Surgery gives infants born with heart defects longer lives
We often hear about heart problems that occur because of an unhealthy lifestyle. But for some, heart problems develop even before they are born. Nearly 1 percent of babies born in the United States each year have heart defects.
According to the Centers for Disease Control and Prevention (CDC), congenital heart defects are the most common birth defects. Today, with medical advances and more treatment options, the numbers of infants born with heart defects are now surviving well into adulthood. It’s estimated that 20,000 people with congenital heart disease or defects reach adulthood every year in the United States.
Congenital heart disease (CHD) refers to a problem with the heart’s structure and function due to abnormal heart developments before birth. CHD can describe a number of different problems affecting the heart.
CHD could be something simple as a small repairable hole between the left and right sides of the heart (atrial or ventricular septal defect). Or it could be something more complex, such as a baby being born with only one pumping chamber of the heart (ventricle), when normally there are two.
According to Dr. Keren Hasbani, pediatric cardiologist at Advocate Children’s Hospital in Park Ridge, Ill., “Almost all congenital heart defects are repairable with surgery in this day and age. There are three forms of diagnoses: mild, moderate and severe.”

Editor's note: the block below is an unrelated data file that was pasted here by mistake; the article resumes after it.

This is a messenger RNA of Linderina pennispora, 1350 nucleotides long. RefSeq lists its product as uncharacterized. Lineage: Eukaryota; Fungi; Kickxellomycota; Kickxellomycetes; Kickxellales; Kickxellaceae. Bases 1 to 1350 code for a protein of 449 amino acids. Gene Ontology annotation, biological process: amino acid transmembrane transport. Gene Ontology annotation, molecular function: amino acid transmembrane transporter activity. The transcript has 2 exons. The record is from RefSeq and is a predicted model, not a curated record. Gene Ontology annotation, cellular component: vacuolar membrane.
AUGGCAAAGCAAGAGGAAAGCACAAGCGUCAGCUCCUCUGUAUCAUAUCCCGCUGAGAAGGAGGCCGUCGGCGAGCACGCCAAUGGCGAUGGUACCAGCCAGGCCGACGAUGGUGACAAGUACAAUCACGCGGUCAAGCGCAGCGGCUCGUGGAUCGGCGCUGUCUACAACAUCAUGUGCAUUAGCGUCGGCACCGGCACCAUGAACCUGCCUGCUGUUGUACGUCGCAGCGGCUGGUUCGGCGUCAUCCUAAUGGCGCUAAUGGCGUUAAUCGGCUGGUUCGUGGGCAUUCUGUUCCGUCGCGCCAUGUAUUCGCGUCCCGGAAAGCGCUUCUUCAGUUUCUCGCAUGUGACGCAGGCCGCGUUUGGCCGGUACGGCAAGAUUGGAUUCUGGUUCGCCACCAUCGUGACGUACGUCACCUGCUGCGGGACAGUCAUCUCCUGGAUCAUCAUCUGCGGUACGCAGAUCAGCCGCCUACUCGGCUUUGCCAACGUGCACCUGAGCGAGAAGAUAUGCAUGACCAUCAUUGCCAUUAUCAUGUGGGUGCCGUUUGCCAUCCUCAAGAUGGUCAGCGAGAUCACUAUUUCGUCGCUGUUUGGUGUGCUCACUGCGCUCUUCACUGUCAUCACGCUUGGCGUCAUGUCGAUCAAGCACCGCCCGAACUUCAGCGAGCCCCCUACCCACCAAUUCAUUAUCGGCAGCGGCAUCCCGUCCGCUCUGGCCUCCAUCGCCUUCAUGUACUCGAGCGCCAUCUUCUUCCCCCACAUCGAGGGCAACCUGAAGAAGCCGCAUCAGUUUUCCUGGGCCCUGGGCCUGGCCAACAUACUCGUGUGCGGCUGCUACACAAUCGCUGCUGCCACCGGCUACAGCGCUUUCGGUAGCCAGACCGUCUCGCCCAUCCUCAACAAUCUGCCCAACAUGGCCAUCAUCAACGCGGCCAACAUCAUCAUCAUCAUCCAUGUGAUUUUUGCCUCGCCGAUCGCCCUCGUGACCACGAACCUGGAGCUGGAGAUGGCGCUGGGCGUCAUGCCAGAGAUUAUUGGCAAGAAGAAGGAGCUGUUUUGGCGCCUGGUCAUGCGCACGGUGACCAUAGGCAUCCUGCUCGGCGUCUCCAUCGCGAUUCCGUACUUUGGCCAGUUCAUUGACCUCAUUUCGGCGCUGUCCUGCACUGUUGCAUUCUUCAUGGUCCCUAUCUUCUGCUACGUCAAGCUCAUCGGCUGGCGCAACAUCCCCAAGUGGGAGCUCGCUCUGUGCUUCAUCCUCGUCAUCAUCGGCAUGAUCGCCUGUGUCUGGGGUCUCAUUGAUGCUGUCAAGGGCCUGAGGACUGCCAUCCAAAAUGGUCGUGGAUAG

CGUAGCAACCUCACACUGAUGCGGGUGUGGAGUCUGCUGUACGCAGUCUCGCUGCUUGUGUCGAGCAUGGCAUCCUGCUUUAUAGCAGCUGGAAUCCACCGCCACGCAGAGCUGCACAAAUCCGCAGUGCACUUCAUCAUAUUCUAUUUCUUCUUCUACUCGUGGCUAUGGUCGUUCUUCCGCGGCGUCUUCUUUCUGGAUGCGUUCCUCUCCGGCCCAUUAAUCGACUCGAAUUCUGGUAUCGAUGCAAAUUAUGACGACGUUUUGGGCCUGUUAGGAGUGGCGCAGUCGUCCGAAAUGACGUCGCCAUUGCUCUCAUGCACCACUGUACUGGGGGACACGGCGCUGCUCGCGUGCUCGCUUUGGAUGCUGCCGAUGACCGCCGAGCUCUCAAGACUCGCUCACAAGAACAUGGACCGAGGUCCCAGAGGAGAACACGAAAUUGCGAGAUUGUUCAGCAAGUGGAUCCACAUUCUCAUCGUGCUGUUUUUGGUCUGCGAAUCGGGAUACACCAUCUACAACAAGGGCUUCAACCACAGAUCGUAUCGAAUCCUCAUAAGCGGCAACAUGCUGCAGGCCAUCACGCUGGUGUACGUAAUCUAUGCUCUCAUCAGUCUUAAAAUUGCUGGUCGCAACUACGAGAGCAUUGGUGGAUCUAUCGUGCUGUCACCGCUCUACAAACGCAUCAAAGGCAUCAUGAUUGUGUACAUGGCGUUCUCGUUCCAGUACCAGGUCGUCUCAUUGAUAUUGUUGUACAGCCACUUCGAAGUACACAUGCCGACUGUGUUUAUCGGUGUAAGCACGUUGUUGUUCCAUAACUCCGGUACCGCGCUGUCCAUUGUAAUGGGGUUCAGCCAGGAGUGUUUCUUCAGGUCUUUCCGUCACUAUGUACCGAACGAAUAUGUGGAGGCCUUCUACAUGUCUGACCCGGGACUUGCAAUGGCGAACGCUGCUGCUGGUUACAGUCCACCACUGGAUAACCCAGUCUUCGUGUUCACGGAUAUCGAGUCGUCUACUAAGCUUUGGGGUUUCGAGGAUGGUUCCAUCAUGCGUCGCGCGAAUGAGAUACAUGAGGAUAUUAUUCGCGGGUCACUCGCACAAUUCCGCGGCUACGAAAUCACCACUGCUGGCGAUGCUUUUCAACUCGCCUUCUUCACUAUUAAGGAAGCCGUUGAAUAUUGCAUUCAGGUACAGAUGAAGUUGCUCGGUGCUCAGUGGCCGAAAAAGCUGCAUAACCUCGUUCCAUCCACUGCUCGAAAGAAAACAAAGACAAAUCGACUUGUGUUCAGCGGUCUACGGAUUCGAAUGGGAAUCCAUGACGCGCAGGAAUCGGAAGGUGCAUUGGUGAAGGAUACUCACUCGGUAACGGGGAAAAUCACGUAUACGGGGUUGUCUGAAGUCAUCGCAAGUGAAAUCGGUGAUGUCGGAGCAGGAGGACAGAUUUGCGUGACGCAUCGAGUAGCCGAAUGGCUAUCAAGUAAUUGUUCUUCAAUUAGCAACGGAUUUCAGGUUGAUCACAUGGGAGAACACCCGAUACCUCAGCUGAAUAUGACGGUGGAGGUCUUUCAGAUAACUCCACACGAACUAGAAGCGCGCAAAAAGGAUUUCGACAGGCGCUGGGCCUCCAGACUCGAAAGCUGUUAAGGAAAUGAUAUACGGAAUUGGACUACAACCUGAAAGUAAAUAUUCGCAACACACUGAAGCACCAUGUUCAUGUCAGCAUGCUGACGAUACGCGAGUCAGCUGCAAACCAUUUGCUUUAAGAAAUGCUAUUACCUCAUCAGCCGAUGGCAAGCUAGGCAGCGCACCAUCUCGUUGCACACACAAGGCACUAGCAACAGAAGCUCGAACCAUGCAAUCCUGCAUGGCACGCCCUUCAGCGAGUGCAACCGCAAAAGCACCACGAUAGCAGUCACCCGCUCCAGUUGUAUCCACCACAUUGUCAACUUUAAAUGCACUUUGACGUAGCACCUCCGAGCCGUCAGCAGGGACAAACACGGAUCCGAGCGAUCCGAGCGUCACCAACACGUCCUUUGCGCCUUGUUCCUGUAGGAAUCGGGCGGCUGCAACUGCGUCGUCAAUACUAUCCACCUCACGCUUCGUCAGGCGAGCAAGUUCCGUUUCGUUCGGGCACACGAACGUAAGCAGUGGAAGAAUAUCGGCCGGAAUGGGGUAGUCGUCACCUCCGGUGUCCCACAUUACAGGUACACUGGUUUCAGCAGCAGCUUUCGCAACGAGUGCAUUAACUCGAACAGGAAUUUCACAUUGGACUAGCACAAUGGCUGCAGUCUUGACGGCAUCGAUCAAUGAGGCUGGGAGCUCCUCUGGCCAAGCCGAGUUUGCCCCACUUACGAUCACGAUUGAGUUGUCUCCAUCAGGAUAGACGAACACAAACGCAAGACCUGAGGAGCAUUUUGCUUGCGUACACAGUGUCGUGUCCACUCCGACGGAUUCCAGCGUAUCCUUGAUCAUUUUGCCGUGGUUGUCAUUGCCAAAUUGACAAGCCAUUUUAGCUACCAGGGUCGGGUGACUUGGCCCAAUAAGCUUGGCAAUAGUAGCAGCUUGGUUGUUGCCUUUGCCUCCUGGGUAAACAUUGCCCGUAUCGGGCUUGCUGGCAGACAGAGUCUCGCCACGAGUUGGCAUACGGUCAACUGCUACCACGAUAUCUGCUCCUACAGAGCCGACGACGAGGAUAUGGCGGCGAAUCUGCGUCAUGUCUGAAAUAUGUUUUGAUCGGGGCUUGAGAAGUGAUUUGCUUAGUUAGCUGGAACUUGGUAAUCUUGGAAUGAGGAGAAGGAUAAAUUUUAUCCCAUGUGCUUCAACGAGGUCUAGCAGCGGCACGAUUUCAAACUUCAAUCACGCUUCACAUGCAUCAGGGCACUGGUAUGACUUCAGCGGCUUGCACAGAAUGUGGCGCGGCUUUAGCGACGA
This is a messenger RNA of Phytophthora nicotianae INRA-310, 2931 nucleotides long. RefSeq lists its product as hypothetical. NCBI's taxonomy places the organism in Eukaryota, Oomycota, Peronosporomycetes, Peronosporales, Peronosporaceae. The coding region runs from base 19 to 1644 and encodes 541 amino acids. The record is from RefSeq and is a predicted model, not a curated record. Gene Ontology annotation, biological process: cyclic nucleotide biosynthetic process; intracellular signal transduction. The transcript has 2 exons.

Dr. Hasbani explains that with modern technology and fetal diagnostics, expectant moms whose babies test positive for fetal heart abnormalities are advised to deliver at a center capable of handling pediatric congenital heart defects. Therefore, the baby can be placed on appropriate medications at the onset of delivery.
Medications may include digitalis (digoxin) and diuretics. This way a baby doesn’t have to experience low fluids to the brain or kidney, which worsens the severity of the defect. Improved early life stages of surgery are also performed when the baby is as young as 3 to 6 months old.
While medical advancements have improved the quality of life for children born with heart defects, they are not cured. For infants born with moderate or severe CHD, an annual follow-up visit with a pediatric cardiologist who specializes in congenital heart disease is required. As a child ages, transitioning to an adult congenital heart cardiologist is needed, according to Dr. Hasbani.
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